The question about the Argo turnaround and the Lincoln deflation is whether or not this will hold, or whether something else will happen to shift the dynamic again.
“A few weeks ago, it started to look one of the candidates had become the clear frontrunner,” The Daily Beast‘s Ramin Setoodeh writes in a 1.22 piece. “Even if Steven Spielberg‘s Lincoln puts audiences to sleep like a C-SPAN marathon, [it] landed seven Golden Globe nominations and 12 Oscar nominations, more than any other film. The movie with the most nominations usually wins Best Picture at the Academy Awards.
“But if there’s one thing the Academy loves, it’s a comeback story — and a funny thing happened on the red carpet. The early precursor awards that were supposed to go to Lincoln went to Argo instead. Ben Affleck‘s film about how the CIA (and Hollywood!) heroically saved six diplomats during the 1979 Iranian hostage crisis swept top honors at the Golden Globes and the Critics’ Choice Awards in January.
“Over at Gold Derby, which tracks various Oscar races, 13 pundits still predict Lincoln will win Best Picture compared with 10 for Argo. If anything, though, with a month until the February 24th Oscars ceremony, the momentum seems to be moving in Argo‘s direction, a movie that paints the showbiz industry as an international superpower.”
Press and industry types are naturally following each other’s Sundance postings and tweets, but readers (and certainly commenters) outside this realm seem to be few and far between. But every January I feel a need to invest in the future (new filmmakers, perceptions, trends) and take myself out of the Oscar-wank cycle for a couple of weeks. Sundance is a bear to absorb and grapple with, but half the time I feel like I’m spinning my wheels in order to spin my wheels. Three more days (counting today ) remain, and then a Friday wake-up and a 10 am shuttle to SLC airport.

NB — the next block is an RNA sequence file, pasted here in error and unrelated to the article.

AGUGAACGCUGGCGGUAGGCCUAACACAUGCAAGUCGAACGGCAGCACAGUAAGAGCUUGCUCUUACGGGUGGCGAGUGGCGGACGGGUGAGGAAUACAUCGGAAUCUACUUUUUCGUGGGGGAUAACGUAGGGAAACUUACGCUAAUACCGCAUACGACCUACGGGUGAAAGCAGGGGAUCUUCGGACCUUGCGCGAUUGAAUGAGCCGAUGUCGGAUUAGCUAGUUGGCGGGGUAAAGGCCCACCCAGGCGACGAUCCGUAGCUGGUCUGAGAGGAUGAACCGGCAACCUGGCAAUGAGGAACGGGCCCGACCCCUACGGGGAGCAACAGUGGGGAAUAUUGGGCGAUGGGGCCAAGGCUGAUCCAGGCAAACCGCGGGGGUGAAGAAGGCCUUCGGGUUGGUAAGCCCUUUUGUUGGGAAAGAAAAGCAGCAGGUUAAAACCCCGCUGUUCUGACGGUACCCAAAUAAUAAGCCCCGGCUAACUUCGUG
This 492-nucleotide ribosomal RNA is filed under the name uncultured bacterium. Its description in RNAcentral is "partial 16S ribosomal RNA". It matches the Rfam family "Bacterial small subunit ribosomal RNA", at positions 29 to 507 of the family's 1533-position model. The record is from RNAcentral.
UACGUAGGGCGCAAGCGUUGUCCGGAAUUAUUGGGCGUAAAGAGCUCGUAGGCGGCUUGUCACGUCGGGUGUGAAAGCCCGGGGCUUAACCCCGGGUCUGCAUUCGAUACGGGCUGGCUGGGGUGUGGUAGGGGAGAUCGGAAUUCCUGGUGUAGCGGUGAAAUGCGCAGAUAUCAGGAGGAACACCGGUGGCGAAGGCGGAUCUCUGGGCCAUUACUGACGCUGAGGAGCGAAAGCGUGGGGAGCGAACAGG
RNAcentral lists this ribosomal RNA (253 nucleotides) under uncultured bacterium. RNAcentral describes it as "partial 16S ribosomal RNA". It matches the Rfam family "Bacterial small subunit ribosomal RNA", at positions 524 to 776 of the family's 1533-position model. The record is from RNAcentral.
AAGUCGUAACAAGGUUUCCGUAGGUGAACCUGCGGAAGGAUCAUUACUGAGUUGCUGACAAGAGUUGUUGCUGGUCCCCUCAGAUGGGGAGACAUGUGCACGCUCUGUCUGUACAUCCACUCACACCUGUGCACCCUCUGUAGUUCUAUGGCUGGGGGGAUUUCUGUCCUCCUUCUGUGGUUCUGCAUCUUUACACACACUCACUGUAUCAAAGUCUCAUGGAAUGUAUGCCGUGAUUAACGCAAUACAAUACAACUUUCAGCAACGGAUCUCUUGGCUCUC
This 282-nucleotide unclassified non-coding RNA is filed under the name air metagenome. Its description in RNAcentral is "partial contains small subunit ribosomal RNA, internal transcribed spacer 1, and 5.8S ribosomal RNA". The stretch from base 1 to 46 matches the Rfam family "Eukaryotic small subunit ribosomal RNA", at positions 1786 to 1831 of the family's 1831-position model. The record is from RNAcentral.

I like good pot-high movies (i.e., Wonder Boys) but I haven’t seen Newlyweeds at Sundance, partly because I’m not convinced (based on reviews) that it has a pot-high vibe. But I did run into Team Newlyweeds at the Park City Marriot’s bar/restaurant two or three nights ago, and in the spirit of that encounter and my friendly relationship with publicist Jeremy Walker, here’s a recently-shot portrait of their Sundance premiere.
If I hadn’t been shut out of James Ponsoldt‘s The Spectacular Now a couple of days ago I wouldn’t feel obliged to catch it at noon at the Eccles. This means, however, that I have to blow off an 11:30 am press & industry screening of Alex Gibney‘s We Steal Secrets. Great! I’ll be catching a 3 pm P & i of Matthew Porterfield‘s I Used To Be Darker, and then a pair of Eccles screenings in the evening — Very Good Girls (which I’m scared of) at 6:30 pm, and then Lovelace (slightly less scared) at 9:45 pm.
At first I wasn’t sure how much I agreed with the ravers about Richard Linklater‘s Before Midnight, the third (and final?) Ethan Hawke-Julie Delpy exploring-all-things relationship flick (following ’95’s Before Sunrise and ’05’s Before Sunset). I felt intrigued and highly stimulated by this deep-drill, naturally flowing talkfest…but not entirely sold.